Argentina, United Nations discuss resettlement opportunities for Ukrainian refugees

Luciana Tito, second from the left, with Juan Carlos Murillo, third from left.

Representatives from Argentina and the United Nations High Commissioner for Refugees (UNHCR) met last week to discuss opportunities for relocating Ukrainian refugees fleeing the war with Russia.

Argentina’s Foreign Ministry on March 12 announced that one of its senior advisors, Luciana Tito, met with regional representative for the UNHCR, Juan Carlos Murillo, “to identify available programs and resources in order to provide an immediate response to the demand for humanitarian assistance that Argentina could receive.” 

The government had earlier announced that it would grant humanitarian visas to Ukrainians, providing them temporary protection and allowing them to freely enter Argentina and stay up to three years. Once the three years expire, according to the announcement, beneficiaries have the ability to formally request residency. 

Argentina has also been providing Ukraine with other forms of assistance, including sending humanitarian aid resources to the border with Poland. “Humanitarian assistance, solidarity between peoples, and the commitment to peace guide our international actions,” wrote Cascos Blancos, the humanitarian aid coordinator for the Foreign Ministry, in a statement last week announcing the shipments. 

While the administration of President Alberto Fernández has called for a diplomatic resolution to the war in Ukraine, it’s stopped short of imposing sanctions on Russia, one of the largest importers of Argentinian beef.

A brief history of refugees in Argentina 

This isn’t the first time Argentina has collaborated with the UNHCR for receiving refugees. According to The Ministry of Justice and Human Rights, any person can ask for refugee status in Argentina since there are no restrictions on refugees from any country. 

The country is home to over 185,000 refugees, asylum seekers and other populations of “concern” for the UNHCR, with the vast majority (145,000) of migrants coming from nearby Venezuela, fleeing their country’s economic crisis. 

According to the government, there are currently 6,000 people living in Argentina who are refugees or have requested refugee status, from countries including Syria, Colombia, Ukraine, Ghana, Haiti, Cuba and Nigeria.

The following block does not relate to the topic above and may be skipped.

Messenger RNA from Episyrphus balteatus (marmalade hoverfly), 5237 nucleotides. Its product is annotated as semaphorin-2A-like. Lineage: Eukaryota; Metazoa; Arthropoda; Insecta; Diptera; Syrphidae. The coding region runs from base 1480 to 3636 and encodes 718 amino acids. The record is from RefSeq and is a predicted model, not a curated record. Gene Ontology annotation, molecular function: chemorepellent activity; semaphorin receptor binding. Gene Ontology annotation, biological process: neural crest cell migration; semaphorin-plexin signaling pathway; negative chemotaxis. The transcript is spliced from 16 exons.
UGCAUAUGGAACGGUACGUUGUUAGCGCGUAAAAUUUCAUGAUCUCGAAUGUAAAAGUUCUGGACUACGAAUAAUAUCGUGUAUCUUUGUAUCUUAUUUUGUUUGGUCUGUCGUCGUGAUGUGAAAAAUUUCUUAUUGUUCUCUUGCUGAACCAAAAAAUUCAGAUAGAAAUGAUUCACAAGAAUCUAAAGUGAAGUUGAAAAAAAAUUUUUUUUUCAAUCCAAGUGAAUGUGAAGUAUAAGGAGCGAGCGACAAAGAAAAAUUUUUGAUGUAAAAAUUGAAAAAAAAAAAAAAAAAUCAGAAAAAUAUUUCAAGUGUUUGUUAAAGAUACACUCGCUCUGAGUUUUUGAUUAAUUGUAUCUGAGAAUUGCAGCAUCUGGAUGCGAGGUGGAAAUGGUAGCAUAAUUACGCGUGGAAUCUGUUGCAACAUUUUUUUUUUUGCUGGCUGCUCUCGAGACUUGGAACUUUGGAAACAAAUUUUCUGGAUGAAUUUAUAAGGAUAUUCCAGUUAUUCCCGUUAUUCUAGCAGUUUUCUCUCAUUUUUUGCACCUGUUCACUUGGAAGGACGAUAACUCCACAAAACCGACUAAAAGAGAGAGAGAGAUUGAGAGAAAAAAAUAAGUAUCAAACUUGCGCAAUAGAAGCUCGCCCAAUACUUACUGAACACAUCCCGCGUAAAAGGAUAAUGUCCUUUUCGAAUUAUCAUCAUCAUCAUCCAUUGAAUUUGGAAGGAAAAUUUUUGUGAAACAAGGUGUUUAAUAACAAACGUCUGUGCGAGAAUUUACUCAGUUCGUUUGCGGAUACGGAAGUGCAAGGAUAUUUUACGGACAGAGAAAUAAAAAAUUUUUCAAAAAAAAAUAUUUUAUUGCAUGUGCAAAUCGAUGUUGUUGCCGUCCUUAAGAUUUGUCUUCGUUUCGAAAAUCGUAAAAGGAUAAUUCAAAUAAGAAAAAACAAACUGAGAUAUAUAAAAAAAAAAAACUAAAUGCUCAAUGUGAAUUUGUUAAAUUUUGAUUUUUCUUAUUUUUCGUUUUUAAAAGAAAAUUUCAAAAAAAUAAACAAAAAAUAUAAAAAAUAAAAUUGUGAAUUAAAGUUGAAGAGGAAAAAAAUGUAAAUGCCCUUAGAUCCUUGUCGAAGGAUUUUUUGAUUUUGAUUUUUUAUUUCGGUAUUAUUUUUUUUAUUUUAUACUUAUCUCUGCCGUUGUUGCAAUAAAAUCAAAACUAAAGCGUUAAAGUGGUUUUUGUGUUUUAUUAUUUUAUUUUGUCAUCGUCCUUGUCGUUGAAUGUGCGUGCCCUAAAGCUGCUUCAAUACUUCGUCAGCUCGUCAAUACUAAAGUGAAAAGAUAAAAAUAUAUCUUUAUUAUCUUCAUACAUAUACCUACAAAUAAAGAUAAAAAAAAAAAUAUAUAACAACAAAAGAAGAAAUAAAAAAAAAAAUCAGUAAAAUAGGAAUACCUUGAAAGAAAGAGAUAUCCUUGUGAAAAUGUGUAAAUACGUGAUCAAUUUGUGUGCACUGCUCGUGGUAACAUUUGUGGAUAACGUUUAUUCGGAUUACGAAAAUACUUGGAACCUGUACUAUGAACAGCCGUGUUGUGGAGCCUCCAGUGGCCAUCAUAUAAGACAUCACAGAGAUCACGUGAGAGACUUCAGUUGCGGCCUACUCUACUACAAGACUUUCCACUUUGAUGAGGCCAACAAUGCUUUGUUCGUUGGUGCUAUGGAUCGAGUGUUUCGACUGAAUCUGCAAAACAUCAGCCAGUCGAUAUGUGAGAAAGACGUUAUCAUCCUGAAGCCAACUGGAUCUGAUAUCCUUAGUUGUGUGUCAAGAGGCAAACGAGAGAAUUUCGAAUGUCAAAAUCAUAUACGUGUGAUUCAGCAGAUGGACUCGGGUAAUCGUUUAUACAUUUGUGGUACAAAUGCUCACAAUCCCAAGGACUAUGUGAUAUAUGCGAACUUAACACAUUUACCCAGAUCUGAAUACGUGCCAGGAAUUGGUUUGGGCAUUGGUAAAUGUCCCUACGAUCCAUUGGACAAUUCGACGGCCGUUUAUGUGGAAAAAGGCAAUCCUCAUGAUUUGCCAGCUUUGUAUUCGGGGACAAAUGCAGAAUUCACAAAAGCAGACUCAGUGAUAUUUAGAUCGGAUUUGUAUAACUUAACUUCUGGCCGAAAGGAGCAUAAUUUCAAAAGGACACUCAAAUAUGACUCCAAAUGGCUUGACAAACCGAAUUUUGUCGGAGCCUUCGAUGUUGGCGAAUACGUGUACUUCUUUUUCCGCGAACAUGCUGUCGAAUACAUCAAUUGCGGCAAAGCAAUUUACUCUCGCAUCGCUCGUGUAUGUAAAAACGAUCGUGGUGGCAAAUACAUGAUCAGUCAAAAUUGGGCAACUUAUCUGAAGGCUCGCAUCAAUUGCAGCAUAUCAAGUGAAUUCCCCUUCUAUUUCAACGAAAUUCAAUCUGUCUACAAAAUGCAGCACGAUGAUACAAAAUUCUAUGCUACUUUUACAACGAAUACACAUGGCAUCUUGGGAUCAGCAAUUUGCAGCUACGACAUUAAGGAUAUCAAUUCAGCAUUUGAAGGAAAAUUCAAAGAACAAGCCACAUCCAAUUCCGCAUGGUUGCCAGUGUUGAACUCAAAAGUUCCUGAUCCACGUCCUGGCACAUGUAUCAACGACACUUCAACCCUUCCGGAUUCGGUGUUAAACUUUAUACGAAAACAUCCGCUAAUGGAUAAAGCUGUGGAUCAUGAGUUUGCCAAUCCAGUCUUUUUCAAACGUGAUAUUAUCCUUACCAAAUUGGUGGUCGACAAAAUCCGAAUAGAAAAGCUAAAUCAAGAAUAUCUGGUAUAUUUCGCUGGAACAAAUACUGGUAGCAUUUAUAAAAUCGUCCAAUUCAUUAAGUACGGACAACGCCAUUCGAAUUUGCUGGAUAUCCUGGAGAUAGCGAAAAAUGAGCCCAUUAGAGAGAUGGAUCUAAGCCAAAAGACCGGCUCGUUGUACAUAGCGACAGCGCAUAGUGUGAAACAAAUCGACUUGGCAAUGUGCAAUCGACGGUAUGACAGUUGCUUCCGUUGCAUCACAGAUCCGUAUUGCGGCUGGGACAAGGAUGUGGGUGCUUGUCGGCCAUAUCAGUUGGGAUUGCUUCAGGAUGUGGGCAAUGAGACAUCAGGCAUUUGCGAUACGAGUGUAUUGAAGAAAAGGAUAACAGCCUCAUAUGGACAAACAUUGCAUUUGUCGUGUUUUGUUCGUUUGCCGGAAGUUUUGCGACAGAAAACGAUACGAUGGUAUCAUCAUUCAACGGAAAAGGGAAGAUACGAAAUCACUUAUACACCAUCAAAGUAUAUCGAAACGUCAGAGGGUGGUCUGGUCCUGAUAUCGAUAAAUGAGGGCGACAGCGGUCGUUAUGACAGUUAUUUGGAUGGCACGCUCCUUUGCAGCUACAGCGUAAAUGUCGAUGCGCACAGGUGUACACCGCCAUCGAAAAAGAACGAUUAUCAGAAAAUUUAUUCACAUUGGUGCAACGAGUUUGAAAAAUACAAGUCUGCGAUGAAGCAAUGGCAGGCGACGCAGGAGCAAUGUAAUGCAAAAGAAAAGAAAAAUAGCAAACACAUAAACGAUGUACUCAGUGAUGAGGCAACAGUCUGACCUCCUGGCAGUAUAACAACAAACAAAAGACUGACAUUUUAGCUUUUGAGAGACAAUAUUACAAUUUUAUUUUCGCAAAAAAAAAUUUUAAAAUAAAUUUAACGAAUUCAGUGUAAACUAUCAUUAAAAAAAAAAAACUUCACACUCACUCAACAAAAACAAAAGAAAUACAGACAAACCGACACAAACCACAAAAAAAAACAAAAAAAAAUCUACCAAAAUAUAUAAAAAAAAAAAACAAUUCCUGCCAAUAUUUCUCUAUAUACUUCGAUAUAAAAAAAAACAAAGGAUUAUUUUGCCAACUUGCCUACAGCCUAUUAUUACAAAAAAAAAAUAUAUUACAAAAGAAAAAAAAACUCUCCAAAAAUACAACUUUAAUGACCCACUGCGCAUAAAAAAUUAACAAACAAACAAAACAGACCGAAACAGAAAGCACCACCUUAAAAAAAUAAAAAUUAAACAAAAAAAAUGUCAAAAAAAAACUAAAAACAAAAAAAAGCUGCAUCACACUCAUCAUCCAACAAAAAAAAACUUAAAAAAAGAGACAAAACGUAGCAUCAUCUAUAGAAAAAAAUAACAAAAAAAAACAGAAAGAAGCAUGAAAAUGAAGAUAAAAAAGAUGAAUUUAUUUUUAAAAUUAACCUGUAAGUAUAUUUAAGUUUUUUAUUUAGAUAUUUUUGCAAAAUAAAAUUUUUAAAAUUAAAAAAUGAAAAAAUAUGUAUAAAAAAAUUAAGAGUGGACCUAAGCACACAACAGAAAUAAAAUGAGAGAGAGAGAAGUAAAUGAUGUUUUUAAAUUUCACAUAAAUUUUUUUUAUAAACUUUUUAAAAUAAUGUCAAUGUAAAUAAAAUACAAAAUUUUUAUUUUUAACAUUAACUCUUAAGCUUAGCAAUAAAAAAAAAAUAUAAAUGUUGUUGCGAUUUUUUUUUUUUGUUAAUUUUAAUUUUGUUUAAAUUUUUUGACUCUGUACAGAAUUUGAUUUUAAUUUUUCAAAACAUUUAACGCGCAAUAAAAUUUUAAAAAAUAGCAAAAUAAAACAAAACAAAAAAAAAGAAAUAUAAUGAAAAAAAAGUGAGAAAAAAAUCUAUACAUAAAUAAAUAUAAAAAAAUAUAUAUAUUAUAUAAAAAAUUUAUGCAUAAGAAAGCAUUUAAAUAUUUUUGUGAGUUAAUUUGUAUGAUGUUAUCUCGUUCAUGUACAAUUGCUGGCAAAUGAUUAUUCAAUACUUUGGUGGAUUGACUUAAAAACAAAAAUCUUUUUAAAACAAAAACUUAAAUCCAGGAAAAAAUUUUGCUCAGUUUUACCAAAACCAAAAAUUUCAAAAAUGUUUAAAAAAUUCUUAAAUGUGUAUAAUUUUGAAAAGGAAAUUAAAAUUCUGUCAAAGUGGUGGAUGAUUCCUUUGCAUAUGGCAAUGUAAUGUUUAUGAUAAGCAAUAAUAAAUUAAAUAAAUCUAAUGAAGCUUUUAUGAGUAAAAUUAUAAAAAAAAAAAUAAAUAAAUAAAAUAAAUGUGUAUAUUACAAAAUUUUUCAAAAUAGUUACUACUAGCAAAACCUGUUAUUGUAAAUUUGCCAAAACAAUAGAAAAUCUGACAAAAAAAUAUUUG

Image courtesy of UNHCR.

A brief history of Ukrainians in Argentina 

Argentina is home to the second largest Ukrainian community in Latin America after Brazil with approximately 300,000 Ukrainians and their descendants living in the country. 

Argentina and Ukraine’s history goes back to 1897 when the first wave of 10,000 Ukrainians arrived. Shortly after World War I, about 70,000 Ukrainians emigrated to Argentina and in 1921 Argentina became the first and only Latin American country to recognize and establish diplomatic relations with Ukraine. 

After the Second World War about another 6,000 Ukrainians traveled to Argentina and in 1993 both nations opened embassies in their respective capitals.

So far Argentina has shown support for the Ukrainian people but has not made any political stands in terms of the conflict. The foreign minister referred to the conflict in an official statement saying that, “Argentina reiterates its strong rejection to the use of armed forces and calls for Russia to stop all military actions in Ukraine.” 

However, he also rejected sanctioning Russia in a statement at the presidential building saying that, “Argentina does not consider that sanctions are a mechanism to create peace and amity or to facilitate an honest dialogue that helps to save lives.” 

He continued, “The only alignment Argentina has are the interests of the Argentinian people, that is the foreign politics of our country.”

To date, the UN estimates that there are over 3.5 million Ukrainian refugees fleeing the war with Russia, most to nearby countries including Poland, Moldova and Romania. So far Brazil, Uruguay, Guatemala, Chile and Argentina are the Latin American countries that have offered their help to Ukrainian refugees.

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